Projects funded through the Agency for Healthcare Research and Quality (AHRQ) are harnessing big data to answer questions such as the best knee replacement for a particular patient and how to effectively treat a child's inflammatory bowel disease (IBD), according to a new issue brief.
The brief focuses on how patient registries can help providers make decisions about particular patients sitting before them.
AHRQ has been working to better link electronic health records with administrative claims data, pharmacy data and diagnostic data, and to collect patient-specific information such as medication side effects, pain after surgery, disease symptoms and experience of care, to provide doctors with more insight. With this information, the agency is pushing for use of enhanced clinical registries to create learning healthcare systems.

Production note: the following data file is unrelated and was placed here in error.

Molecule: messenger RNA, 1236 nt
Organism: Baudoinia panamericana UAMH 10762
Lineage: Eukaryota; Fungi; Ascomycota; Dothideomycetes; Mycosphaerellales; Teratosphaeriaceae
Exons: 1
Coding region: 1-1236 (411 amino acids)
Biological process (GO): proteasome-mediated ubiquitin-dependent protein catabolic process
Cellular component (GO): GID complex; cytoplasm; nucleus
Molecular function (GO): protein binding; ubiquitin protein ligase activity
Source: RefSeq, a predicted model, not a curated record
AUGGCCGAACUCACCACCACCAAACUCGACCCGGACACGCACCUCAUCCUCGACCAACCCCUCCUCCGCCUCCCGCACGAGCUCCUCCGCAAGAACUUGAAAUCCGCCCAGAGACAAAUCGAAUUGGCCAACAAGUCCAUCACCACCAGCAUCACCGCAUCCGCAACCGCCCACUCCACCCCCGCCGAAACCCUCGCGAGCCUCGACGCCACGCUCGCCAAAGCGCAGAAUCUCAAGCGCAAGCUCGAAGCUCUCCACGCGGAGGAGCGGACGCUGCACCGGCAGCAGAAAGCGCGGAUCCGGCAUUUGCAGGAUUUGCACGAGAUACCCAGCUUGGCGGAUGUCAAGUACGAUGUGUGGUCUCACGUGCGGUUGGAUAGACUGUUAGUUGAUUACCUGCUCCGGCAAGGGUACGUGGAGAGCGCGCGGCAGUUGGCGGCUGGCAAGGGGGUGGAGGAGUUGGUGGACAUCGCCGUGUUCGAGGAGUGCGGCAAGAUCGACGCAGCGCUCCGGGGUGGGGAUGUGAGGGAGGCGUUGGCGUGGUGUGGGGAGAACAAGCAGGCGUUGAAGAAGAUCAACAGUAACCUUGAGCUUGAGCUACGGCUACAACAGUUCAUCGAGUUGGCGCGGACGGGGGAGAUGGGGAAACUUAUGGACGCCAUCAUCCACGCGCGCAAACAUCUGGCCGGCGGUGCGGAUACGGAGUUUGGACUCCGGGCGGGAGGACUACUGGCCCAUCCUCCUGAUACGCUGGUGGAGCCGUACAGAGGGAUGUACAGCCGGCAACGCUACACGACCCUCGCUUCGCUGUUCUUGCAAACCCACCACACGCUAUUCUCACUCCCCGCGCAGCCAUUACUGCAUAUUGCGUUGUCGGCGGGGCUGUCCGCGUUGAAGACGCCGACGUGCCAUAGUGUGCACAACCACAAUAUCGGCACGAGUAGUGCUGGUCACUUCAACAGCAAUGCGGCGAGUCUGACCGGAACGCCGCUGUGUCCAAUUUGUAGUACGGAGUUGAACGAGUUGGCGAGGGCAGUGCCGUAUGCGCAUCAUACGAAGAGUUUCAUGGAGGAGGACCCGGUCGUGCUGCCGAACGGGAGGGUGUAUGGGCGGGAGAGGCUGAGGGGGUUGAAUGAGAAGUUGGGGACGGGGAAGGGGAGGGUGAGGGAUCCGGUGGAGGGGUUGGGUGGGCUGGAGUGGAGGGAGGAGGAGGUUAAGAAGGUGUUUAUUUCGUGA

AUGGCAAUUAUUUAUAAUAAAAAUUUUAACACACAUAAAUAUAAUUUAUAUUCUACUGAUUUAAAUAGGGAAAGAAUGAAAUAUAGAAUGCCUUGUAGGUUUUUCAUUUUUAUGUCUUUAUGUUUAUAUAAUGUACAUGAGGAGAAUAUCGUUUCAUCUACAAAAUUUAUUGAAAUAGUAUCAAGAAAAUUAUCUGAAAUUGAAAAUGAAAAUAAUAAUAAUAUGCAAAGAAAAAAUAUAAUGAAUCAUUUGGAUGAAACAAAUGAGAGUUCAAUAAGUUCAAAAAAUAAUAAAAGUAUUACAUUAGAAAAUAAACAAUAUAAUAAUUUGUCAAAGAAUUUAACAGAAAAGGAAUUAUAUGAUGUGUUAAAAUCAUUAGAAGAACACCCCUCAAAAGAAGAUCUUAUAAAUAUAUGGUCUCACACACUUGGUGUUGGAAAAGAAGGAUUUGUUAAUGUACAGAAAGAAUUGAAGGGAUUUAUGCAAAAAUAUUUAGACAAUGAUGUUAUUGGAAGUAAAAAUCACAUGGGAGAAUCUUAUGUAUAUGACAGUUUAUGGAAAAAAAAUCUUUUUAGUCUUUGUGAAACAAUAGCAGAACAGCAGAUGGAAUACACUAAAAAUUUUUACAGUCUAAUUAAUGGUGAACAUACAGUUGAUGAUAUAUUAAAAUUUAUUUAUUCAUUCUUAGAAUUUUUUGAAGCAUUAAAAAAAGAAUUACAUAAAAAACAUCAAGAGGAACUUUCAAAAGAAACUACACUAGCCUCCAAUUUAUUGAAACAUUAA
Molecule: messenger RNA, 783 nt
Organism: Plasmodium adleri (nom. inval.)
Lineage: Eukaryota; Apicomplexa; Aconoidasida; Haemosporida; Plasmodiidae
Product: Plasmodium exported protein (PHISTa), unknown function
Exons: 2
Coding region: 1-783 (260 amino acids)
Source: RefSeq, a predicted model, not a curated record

The issue brief highlights registries that include:
- The ImproveCareNow Registry: The world's largest pediatric IBD registry, where participants collect patient- and family-reported data on symptoms, medications, complications and more.
- The Surgical Care and Outcomes Assessment Program in Washington State: Through this clinical registry, hospitals collect and share data. It's credited with saving Washington State hospitals an estimated $67.3 million in one year by helping avoid costly complications.
- The Function and Outcomes Research for Comparative Effectiveness in Total Joint Replacement project: In this initiative at the University of Massachusetts, researchers study the effectiveness of TJR procedures, various implants and patient outcomes.
The AHRQ is under fire, however, as being duplicative of other federal research efforts. The House Appropriations Committee in June passed a bill to eliminate the agency.
In an interview with the Journal of the American Medical Association, director Richard Kronick, Ph.D, touted AHRQ's work as making "substantial investments in research to figure out how health information technology can be used to improve quality and safety, how it can be used to improve outcomes for patients and to improve the delivery of healthcare."
To learn more:
- read the issue brief